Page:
We all know the feeling. You come out of a meeting, negotiation or a conflict discussion with a difficult team member, and say to yourself, “If I had only said or done this.” Or “Was I too hard on my report?” For whatever reason, you aren’t asserting yourself and addressing the issue.
What do we mean by assertiveness?
Before going any further we ought to agree and be clear what “being assertive” is. We have all experienced managers, experts who have the ability to set people on the right course, give negative feedback without breaking the relationship, or make a tough point without being offensive or hurtful. They handle substance and people equally well …and that is true assertiveness. These people have good communication skills, are blessed with social and emotional intelligence and have reached the fourth level of “conscious competence”.
Very quickly, here’s the fourth level, explained in more detail:
Level 4 – unconscious competence*
- the skill becomes so practised that it enters the unconscious parts of the brain – it becomes ‘second nature’
- common examples are driving, sports activities, typing, manual dexterity tasks, listening and communicating
- it becomes possible for certain skills to be performed while doing something else, for example, knitting while reading a book
- the person might now be able to teach others in the skill concerned, although after some time of being unconsciously competent the person might actually have difficulty in explaining exactly how they do it – the skill has become largely instinctual
- this arguably gives rise to the need for long-standing unconscious competence to be checked periodically against new standards
But this takes time, experience and maybe innate ability. So what about us mere mortals lower down the food chain who struggle with the substance/people balance?
Assertiveness starts with knowing our rights and responsibilities
In the world of learning and development we understand that being assertive is being aware we have rights and responsibilities. In other words, we have the right to assert our position, but (especially as a manager) we have the responsibility to be fair and to respect our reports and colleagues. This easier said than done. Furthermore it is often those who tend to play the teddy bear (accommodate), or the tortoise (avoid conflict) who need most support and coaching. People who tend to be pushy, or even aggressive (the sharks), normally feel quite good about themselves. So here are 5 strategies for teddy bears and tortoises.
5 communication strategies that work
If you have a difficult discussion coming up, then write down your key arguments, how you can best convince the other party. Script how you address the issue, how you formulate what you want, how you word criticism and other sensitive issues. Unless you are very experienced, just relying on intuition and ‘seeing where the moment will take you’ can be costly.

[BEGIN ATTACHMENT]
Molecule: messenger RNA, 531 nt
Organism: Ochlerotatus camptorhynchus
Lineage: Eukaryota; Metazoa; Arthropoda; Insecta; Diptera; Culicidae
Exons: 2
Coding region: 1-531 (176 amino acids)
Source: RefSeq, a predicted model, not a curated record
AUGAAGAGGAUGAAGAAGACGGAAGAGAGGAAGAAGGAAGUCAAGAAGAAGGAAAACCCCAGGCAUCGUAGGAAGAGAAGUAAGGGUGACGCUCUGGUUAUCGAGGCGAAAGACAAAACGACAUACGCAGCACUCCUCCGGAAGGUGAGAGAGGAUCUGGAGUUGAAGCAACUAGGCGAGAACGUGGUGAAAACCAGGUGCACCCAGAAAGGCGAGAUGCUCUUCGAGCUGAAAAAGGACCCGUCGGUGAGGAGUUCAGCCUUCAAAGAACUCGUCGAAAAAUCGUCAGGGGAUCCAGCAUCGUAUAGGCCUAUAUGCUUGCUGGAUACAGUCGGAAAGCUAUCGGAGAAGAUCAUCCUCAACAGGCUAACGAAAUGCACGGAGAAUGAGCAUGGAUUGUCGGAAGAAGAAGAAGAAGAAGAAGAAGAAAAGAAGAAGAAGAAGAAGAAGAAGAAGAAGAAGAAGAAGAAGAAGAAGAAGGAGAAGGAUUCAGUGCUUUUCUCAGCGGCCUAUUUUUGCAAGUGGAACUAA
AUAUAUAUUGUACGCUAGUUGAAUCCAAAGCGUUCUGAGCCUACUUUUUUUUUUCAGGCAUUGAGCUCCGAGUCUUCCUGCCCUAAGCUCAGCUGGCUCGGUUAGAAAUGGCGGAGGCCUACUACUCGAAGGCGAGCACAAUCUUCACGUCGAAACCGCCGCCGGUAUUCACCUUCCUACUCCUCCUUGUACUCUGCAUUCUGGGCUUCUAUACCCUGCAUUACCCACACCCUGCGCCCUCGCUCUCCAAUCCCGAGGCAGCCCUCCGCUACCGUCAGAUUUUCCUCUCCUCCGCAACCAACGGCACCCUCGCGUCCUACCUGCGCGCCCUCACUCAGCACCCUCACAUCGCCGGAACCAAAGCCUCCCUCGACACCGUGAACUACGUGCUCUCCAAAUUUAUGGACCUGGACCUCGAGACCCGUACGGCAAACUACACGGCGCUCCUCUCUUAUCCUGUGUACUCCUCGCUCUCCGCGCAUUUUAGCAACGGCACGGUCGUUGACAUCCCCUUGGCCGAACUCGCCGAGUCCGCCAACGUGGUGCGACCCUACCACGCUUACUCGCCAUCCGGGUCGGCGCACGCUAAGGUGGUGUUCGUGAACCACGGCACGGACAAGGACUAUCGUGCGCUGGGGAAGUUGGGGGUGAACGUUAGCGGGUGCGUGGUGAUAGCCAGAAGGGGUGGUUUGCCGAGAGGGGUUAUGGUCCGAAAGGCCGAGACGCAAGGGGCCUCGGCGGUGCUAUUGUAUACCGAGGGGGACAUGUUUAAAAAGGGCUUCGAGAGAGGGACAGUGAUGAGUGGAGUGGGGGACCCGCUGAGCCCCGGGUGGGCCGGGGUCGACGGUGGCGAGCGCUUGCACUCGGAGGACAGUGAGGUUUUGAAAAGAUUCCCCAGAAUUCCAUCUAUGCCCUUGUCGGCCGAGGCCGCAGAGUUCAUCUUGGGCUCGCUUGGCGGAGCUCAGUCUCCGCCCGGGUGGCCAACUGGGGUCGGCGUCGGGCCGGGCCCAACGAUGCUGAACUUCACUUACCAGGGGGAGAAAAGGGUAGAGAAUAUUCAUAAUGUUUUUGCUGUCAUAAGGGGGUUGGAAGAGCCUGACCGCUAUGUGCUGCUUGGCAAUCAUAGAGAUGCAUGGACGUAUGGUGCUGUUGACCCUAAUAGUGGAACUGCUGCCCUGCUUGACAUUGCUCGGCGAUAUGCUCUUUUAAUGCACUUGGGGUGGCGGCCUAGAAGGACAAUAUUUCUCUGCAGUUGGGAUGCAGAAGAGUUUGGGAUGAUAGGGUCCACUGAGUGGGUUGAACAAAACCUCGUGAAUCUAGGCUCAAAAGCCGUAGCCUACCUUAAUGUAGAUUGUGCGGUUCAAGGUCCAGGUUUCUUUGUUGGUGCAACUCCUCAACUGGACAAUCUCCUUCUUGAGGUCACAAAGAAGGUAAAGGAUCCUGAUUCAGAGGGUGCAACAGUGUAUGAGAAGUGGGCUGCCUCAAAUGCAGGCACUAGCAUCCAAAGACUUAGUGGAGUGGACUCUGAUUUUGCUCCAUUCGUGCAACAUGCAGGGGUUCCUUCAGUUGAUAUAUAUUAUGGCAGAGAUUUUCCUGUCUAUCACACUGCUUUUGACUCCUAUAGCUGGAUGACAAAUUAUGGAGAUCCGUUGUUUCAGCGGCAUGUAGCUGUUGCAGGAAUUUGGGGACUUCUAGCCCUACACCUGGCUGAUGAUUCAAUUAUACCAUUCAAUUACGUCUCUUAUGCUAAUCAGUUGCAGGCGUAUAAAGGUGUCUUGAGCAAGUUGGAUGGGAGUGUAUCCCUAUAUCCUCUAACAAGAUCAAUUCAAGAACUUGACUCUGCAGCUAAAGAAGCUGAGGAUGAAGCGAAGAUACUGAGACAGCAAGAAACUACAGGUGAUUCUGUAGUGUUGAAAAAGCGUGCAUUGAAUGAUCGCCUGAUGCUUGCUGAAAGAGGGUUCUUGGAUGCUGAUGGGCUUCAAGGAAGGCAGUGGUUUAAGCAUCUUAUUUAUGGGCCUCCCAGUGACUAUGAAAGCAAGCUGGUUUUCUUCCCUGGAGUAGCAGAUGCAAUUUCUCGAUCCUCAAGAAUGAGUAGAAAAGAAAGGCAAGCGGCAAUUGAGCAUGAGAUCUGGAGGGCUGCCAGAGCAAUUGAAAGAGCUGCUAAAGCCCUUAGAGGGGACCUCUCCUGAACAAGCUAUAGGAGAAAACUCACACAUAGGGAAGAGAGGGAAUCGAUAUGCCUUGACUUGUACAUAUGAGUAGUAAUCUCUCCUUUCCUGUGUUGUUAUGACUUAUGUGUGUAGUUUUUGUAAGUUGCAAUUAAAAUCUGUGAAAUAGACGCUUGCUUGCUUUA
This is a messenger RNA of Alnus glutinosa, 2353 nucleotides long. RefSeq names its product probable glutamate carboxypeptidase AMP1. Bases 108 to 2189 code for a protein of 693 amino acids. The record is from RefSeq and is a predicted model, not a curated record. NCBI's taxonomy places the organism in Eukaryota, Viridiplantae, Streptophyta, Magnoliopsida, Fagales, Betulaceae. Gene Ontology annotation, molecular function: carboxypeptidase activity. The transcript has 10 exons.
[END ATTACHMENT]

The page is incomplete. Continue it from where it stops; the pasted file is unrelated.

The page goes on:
When you want something out of the ordinary from a team member or colleague, then script using the SPIN formula: Situation – Problem – Impact (of the problem on the business) – Need. In other words involve the report by briefly describing the context. Involve them and treat them as adults.
As a manager you have the right to say no. If you want to say “No”, then say it but give a reason and maybe provide an alternative. If you want to say “Yes”, then say that too. We have all come across people who appear to say “No” on principle. This might be useful in a negotiation, but counterproductive when dealing with staff.
Sometimes your opposite number just refuses to take “no” for an answer. Provided you are 100% clear on your position, then it’s time to play broken record. Like the old-fashioned vinyl LPs with a deep scratch, you simply repeat yourself, NO plus reason, always using the same wording: e.g: “As I said I cannot give you a pay rise, as there is a freeze on salaries.”, then “I understand your position but as I said ……” and so on. Using this strategy takes courage and should be used sparingly and only with difficult people. Even the most obstinate will get your point after three rounds.
People are not stupid. If they want a favour or a concession, they will approach you when you are under pressure, with no time. This can mean you are unprepared and certainly unscripted. So if you are at all unsure about your response, then buy time: “Let me get back to you when I have finished this.” You will come to regret shooting from the hip and start kicking yourself, “Why on earth did I say that?”
Most of us cannot be assertive on command
Our behaviour is determined by our fight, flee or freeze instincts. Assertiveness is a conscious way of thinking and acting. These five simple strategies will help you develop your assertiveness. But, as with nearly everything, it takes practice.